We are excited to announce a new issue of the Journal of Marketing!
The Journal of Marketing (JM) develops and disseminates knowledge about real-world marketing questions relevant to scholars, educators, managers, consumers, policy makers and other societal stakeholders. It is the premier outlet for substantive research in marketing. Since its founding in 1936, JM has played a significant role in shaping the content and boundaries of the marketing discipline.
The newest issue features fascinating research ranging from business-to- government relations to TV Advertising. Here are the abstracts of a few of these articles:
The authors hypothesize that customer presence in the boardroom of business-to-business (B2B) firms brings customer orientation and customer knowledge to the board of directors and thereby enhances B2B firm performance. Using an objective measure of customer presence in the boardroom and a sample of 329 B2B firms over a nine-year period, the authors find support for this hypothesis. Moreover, relying on the resource-based view, they hypothesize that the performance benefit of customers in the boardroom is contingent on the value, rarity, inimitability, and organizational fit of customer resources. Specifically, they find that a customer on the board is more effective when demand uncertainty is high but is less effective when the firm is highly diversified. Moreover, a board member who is an independent director of the customer firm is less effective than a board member who is an executive at the customer firm. The authors also find that research and development intensity partially mediates the relationship between customer presence on the board and firm performance.
Marketing managers and creatives alike believe that authenticity is an essential element for effective advertising. However, no common understanding of authenticity in advertising exists, and empirical knowledge about its impact on consumer behavior is limited. In this study, the authors use a comprehensive literature review and qualitative studies to identify four dimensions of authenticity in an advertising context. By examining 323 television ads across 67 brands and four years, they investigate these dimensions’ effects on the sales performance of advertised products. Because the impact of authenticity may depend on brand or product characteristics, the authors also analyze how these effects vary with brand size or across hedonic and utilitarian products. The results suggest that authenticity influences consumer behavior in a more nuanced manner than previously recognized. For instance, whereas an ad congruent with the brand’s essence has a positive effect on sales in most cases, an overly honest advertising message can actually hurt performance; the latter is true especially for hedonic products, for which consumers rely more on subjective information when making purchase decisions.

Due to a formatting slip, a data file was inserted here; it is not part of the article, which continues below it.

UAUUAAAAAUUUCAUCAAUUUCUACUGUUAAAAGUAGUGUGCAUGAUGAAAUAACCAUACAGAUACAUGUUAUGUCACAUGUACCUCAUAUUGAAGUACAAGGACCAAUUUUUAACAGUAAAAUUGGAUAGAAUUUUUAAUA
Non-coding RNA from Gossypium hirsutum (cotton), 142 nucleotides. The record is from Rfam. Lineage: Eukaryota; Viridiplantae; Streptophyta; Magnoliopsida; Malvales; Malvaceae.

This article uses multimethod approaches to develop a conceptual foundation for and empirical evidence of the performance implications of business-to-government (B2G) relationships. In-depth interviews reveal unique characteristics that differentiate B2G exchanges from commercial exchanges (e.g., procurement mission; regulations and oversight; scale, scope, and planning horizon) and highlight the resultant cost–benefit trade-offs for firms in this environment. Empirical longitudinal analyses of secondary data show that a firm’s government customer emphasis (firm revenue dependence on B2G relationships) exerts a positive nonlinear effect on firm value but also increases firm risk (idiosyncratic and systematic). Government customer breadth and depth are two critical customer portfolio characteristics that moderate these effects. High government customer breadth creates more costs associated with an increasing government customer emphasis, mitigating the positive nonlinear effect on firm value. However, breadth provides diversification benefits that alleviate the increase in idiosyncratic risk that comes with greater government customer emphasis. Deep B2G relationships give firms key customer domain knowledge and insights, which help counteract the increased idiosyncratic and systematic risks of government customer emphasis. The authors discuss the implications for marketing theory and practice.
Read the entire issue here!
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